In light of the viral #MeToo campaign, Metro asked people to share their stories of sexual assault and harassment. Four women opened up about their personal experiences behind the powerful hashtag.
Kim, New York
I tweeted #MeToo today because I was sexually assaulted by a family member seven years ago. Less than a year ago, I finally had that moment where I took my power back. I don’t need to scurry away in fear or have an anxiety attack when I see him and spin out of control for a week. He did wrong. Speaking out was the right thing. Whether you are the victim of catcalls, ogling from strangers or off-handed comments from the boss, you are not the problem when you speak up. You are not making everyone else’s day worse. You are doing the right thing. And you will have your moment when you get your power back.
My first “real” boyfriend used to sexually assault me in my sleep. I was a teenager, and felt angry, ashamed, and humiliated. Most of all, I felt powerless. It happened on more than one occasion, and he always had some excuse as to why he did it (“I was drunk,” I was dreaming,” “you looked so beautiful.”). Waking up in the midst of an assault carried out by someone I loved and trusted was absolutely horrific. When things as sick as this happen, it’s easy to hold it inside until you hate yourself. You feel dirty and guilty, even though you were innocent — even though you were asleep. It’s saddening to see how many people have had #MeToo experiences, but I’m proud of every single person who speaks up. The more we can raise our voices, the closer we come to putting an end to this pervasive culture of sexual violence.
“When presenting our National History Day projects in high school… I think 9th grade. The projects were so tall, two of those 3-foot fold-out poster boards stacked one on top of the other. They were on tables so you couldn’t see the other side of the room, it felt like a maze. I was looking at my peer’s posters when someone grabbed my ass. It was Bryan (a classmate). He just grabbed my ass hard and kept walking. I was shocked and mortified and no one saw, so I never told anyone. My heart’s still racing to this day typing this, and I’m 31 years old.”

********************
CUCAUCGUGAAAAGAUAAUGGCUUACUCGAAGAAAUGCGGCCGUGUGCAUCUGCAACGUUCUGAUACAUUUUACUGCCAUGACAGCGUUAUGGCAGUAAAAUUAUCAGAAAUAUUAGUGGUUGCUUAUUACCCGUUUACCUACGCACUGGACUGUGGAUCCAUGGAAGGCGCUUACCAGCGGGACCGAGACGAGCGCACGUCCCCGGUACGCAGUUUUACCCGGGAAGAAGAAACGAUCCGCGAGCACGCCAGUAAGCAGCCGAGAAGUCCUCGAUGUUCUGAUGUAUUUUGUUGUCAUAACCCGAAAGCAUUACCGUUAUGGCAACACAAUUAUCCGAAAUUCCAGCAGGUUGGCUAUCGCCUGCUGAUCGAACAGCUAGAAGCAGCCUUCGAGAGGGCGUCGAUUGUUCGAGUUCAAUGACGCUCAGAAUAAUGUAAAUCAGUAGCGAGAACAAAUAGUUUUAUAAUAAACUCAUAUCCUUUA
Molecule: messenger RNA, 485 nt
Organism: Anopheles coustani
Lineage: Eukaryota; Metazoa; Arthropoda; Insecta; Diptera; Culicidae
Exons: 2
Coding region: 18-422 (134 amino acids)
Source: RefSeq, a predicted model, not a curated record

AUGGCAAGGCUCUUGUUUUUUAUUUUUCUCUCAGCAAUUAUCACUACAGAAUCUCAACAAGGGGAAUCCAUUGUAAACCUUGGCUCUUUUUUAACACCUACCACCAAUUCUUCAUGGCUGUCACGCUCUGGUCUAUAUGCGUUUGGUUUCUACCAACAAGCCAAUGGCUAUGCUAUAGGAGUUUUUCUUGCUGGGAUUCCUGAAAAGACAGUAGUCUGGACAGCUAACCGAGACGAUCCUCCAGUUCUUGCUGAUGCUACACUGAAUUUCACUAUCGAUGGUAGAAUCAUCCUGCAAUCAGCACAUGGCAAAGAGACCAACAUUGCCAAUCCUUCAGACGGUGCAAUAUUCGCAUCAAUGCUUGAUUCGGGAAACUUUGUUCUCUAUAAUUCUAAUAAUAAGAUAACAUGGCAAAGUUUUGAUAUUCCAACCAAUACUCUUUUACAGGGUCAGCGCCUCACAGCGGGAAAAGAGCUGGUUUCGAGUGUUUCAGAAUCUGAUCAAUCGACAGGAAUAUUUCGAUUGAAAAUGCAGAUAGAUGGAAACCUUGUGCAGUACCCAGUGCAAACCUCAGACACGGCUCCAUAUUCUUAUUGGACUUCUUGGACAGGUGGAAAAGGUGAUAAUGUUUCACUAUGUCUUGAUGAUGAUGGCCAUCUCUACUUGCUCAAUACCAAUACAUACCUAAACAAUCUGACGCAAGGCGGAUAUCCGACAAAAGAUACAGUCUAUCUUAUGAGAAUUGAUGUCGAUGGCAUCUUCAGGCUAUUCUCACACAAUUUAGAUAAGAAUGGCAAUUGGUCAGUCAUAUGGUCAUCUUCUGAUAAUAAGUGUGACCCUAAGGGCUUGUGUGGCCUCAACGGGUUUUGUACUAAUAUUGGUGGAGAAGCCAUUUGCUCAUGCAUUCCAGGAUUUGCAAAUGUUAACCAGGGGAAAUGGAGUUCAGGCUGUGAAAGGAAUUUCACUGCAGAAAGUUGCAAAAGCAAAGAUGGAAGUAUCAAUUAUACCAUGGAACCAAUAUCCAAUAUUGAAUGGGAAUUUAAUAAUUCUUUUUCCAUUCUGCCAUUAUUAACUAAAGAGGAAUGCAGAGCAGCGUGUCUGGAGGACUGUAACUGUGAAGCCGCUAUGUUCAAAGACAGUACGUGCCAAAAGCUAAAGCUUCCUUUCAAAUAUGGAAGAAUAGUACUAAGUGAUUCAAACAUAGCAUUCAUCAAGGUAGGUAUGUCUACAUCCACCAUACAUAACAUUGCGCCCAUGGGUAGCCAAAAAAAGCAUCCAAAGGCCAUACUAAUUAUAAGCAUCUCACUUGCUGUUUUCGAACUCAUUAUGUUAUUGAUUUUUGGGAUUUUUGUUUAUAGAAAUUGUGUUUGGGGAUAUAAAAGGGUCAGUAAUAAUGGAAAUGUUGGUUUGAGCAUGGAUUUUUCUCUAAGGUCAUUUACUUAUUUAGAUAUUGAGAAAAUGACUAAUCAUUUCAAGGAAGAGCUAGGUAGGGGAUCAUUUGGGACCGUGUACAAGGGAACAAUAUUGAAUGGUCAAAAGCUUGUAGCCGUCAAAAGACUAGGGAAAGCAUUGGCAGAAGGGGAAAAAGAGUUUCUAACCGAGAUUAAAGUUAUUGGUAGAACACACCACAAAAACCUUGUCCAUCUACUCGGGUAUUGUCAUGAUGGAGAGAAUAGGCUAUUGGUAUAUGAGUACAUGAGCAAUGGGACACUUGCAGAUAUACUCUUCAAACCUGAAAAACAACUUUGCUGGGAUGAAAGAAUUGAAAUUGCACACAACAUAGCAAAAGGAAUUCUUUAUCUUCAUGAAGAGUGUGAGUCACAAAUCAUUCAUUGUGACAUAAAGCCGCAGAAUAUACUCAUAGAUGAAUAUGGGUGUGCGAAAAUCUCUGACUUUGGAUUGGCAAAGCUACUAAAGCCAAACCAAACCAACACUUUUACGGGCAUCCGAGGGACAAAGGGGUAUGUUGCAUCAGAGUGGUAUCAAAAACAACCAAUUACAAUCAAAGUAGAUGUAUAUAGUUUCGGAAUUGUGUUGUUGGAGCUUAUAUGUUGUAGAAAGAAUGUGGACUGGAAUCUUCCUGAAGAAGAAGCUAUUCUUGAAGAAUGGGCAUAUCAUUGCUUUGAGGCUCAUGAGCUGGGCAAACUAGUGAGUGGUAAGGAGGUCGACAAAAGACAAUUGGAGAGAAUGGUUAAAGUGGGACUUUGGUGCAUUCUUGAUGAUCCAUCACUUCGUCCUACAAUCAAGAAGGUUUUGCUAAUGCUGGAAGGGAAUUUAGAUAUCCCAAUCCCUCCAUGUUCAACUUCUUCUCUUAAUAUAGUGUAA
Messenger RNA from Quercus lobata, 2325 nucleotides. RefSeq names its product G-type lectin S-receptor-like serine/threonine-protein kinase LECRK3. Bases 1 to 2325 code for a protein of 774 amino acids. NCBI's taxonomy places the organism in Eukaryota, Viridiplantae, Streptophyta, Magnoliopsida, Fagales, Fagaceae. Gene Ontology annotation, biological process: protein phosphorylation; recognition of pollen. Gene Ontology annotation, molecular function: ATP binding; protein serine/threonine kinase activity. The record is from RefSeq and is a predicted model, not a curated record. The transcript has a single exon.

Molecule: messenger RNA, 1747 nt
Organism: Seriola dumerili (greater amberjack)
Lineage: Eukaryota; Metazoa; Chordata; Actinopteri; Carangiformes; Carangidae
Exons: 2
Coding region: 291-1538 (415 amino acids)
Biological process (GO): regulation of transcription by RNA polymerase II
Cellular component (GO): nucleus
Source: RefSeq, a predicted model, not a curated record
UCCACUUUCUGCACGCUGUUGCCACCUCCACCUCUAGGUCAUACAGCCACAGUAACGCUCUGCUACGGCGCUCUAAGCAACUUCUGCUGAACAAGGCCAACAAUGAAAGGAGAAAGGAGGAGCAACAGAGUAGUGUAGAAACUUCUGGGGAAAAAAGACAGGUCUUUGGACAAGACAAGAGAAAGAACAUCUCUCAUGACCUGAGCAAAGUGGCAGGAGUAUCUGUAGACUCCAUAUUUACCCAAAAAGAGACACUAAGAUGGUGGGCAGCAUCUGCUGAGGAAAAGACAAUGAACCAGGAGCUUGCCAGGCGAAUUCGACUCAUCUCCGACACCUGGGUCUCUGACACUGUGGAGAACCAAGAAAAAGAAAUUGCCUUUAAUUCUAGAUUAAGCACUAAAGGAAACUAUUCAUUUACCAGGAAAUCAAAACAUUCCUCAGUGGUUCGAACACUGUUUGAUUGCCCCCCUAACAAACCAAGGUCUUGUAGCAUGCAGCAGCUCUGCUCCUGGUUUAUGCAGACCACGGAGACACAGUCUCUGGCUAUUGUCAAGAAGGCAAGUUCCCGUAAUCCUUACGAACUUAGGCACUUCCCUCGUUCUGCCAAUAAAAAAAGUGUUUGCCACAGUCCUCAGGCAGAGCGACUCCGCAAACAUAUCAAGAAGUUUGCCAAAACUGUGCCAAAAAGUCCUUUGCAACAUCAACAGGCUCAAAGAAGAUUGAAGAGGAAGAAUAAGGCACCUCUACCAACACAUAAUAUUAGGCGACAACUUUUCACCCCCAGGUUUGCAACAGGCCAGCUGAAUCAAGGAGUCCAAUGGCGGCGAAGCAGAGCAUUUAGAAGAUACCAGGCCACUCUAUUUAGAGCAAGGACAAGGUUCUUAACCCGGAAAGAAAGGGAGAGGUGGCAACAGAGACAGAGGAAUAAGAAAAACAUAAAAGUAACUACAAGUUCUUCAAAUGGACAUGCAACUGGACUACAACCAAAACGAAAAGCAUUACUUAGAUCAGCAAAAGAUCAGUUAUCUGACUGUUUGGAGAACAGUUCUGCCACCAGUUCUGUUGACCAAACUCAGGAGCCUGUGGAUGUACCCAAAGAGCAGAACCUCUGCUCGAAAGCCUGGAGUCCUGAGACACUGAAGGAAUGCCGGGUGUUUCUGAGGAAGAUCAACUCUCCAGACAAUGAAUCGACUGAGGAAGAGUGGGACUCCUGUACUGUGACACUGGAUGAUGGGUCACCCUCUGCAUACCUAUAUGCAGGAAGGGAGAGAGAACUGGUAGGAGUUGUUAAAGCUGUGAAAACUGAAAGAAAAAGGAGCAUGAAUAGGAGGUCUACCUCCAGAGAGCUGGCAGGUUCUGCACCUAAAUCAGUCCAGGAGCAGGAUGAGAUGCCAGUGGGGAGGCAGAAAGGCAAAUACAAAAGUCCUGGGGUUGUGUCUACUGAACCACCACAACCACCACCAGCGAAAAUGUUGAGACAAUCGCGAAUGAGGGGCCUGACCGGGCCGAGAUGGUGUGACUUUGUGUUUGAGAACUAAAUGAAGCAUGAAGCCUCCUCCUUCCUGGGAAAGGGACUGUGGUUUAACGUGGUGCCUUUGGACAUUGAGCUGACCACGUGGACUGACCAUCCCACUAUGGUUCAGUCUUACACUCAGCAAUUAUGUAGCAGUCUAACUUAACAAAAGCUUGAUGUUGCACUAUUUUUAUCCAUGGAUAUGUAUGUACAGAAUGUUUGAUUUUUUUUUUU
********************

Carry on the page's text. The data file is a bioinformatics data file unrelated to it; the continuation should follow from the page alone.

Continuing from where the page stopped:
I have had my body touched by uninvited people countless times. I have received unwanted d–k pictures. The worst experience I had was during the winter of 2010. I was working at a restaurant in Davis Square and I would walk home after my shift. I was responsible for part of the late-night menu and would often leave after midnight. One night I was on my way home and was approached by a man who asked me for “help.” I realized he was exposing himself to me and I yelled “No,” running to the closest business; 7-11 at the corner of Cedar and Broadway in Somerville. He ran after me, grabbed me from behind, grabbed my breast and tried to rip open my jacket while I fought. He then ran off. I went to the police, had a sketch done. Nothing came of it. I didn’t tell my family what happened because I was afraid they would say that if I didn’t work in an industry with late hours and if I drove a car instead of walked this wouldn’t have happened. I felt so tired of having to defend my right to exist in a public space and not be assaulted. We have that right. I was assaulted because a man chose to assault me.